The bricks dry in the sun for a day or so before being stacked for further
drying. Then they use 12,000 raw bricks to build a tunnel-shaped kiln pointed
into the wind with hardwood stacked on the inside. The whole structure is
covered in skins and the wood is set alight. The fire burns for 7-10 days. The
bricks turn red when they’re fully fired.
There are factories down the road with machines churning out adobe bricks by the shipload. So small, family-run brickmakers are a dying business – but this one successfully shifted its focus from construction materials to tourism and entertainment. The children – out of school for the holidays – sold bracelets and collected tips. The adults solemnly continued their labor, conscious of photo opportunities but still working steadily. It was a little odd to walk off a bus into a family’s life and livelihood, peer at it as a curiosity, then clamber back aboard the bus to vanish, another bus disgorging tourists right behind. John pondered what it would be like to have Mexican tourists watching him write in his office. “This is an actual working writer,” their tour guide would say. “Mind the stacks of papers.”
From there we went to Malpica, “the land of the snakes.” It was established
in 1565 and burned by the French army in 1864. Its current population is about
350. There we walked down colonial streets, cobbled with stones and lined with
buildings hundreds of years old. The attraction in Malpica was Jorge, a tilemaker,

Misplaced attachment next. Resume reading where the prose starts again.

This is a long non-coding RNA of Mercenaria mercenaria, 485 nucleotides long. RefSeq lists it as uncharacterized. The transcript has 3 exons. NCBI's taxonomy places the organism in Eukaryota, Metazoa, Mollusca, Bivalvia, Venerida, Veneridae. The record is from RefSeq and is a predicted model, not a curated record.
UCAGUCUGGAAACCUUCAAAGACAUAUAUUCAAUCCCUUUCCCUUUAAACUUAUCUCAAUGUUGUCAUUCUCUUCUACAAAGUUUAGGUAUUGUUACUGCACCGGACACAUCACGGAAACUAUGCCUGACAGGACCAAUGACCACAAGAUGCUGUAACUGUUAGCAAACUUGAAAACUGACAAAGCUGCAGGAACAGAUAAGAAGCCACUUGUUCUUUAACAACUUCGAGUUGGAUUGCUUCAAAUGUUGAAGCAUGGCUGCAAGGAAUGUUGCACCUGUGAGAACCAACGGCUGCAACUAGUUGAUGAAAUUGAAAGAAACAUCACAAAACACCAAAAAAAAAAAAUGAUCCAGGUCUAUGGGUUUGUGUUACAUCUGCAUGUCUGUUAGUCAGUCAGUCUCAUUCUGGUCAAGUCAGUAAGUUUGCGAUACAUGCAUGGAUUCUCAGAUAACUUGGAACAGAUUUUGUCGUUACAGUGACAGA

who made cement tiles with bright sworls of
First the paint is spattered into the mold, followed by dollops of colored
cement. Then the mixture is swirled with a stick to create the design – one of
our tour group got to do the swirling! Atop that came layers of Portland cement
and white concrete. The tile is then pressed in a big steel press. The finished
tile is carefully pried out of the mold, and then air-cured for 15 hours.
We bought two tiles and Roy bought two tiles. We wondered again, though, whether Jorge’s real business was making tiles or putting on a tilemaking show for the tourists. Afterwards, we stopped at a bakery and bought some wonderful Mexican pastries to eat on the bus. Just as interesting as the traditional arts and crafts, is the fact that the small elementary school in Malpica is connected to its teachers via satellite – it’s all distance learning in that little town!
We stopped again at a place that made brightly colored pottery. All of us received a complimentary can of soda or bottle of water, and we meandered through the tables laden with silver, carved ironwood, beads, and pottery. Maria negotiated a special price on behalf of the group - $5 and $10 for carved wood, down from $10 and $15. Ondine bought some things to give the boys for Christmas.
Our next stop was Concordia, where Maria said Treasure of the Sierra Madre
was filmed. We walked a short distance to San Sebastian Church. Started in
the early 1600s and completed in 1706, San Sebastian is the oldest church in
Sinaloa. It’s a lovely example of Mexican Baroque. The arch partway up the nave
was used to separate the classes, Spanish from the “ethnics.” Like the other
churches, it’s a working community center – we had only a few minutes to look
around as a wedding was scheduled!
There’s an American Civil War connection: in 1864 the French invaded Mexico and set fire to many towns, including Concordia. It took a telegram from US President Abraham Lincoln to Napoleon III to get them to stop.